This three-day event gives Tonopahans and visitors alike a chance to enjoy an assortment of activities, rich in Nevada culture
By Eric Cachinero
When a Nevada prospector reportedly tossed a rock in the direction of a burro that had wandered off, who would have known that he was stumbling upon the second-richest silver strike in Nevada’s history? Tonopah, known as the Queen of the Silver Camps, will honor the man who started it all with its 43rd annual Jim Butler Days over Memorial Day weekend, May 25-27. The three-day event gives Tonopahans and visitors a chance to enjoy an assortment of activities including stock car races, bartender/waitress races, an arm-wrestling competition, street dancing, parade, and even a raffle from which one lucky winner takes home a bar of silver.
The conception of the festival dates to 1970 in a small Tonopah coffee shop called Jerry’s. Bob Perchetti, director of the Tonopah Convention Center at the time, sat down with then president of the Tonopah Chamber of Commerce, Jim Younghands, when an idea sparked. “I knew about other celebrations from the turn of the century,” Perchetti says. “I thought it would be a great idea to call the new celebration Jim Butler Days, and pattern it after the great celebrations of the past. They always had a large parade and street dances, and I wanted to have the State Mining Championships in Tonopah.”
After the town of Gabbs stopped hosting the Nevada State Mining Championships, Perchetti says he met with Governor Michael O'Callaghan and asked him if he would declare Tonopah and Jim Butler Days the new home of the Nevada State Mining Championships. “Governor O'Callaghan happily agreed to this, and that is how Jim Butler Days started,” Perchetti says.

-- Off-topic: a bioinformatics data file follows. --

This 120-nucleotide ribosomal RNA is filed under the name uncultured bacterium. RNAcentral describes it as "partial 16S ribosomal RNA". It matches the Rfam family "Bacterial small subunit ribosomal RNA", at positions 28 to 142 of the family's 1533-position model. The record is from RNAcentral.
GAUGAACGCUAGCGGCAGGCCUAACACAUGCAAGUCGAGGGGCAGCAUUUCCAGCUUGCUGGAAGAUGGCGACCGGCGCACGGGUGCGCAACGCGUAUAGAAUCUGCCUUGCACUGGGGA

He adds that the parade has also had some unique grand marshals, including Governors Bob Miller, Kenny Guinn, and Jim Gibbons, and celebrities such as actor Robert Conrad.
The Nevada State Mining Championships has become as much a part of Jim Butler Days as the town itself. Reminiscent of the mining events and competitions that occupied prospectors’ time and gold more than a century earlier, the contests include double- and single-jack drilling, spike driving, a blindfolded wheelbarrow obstacle course, and the most attended event—individual and team mucking.
Heather Ingalls, host of the Tonopah Historic Mining Park, says the championships provide competition for participants and a great show for attendees. “The championships give people a look at mining events as they used to happen years ago,” she says.
Jim Butler Days, Tonopah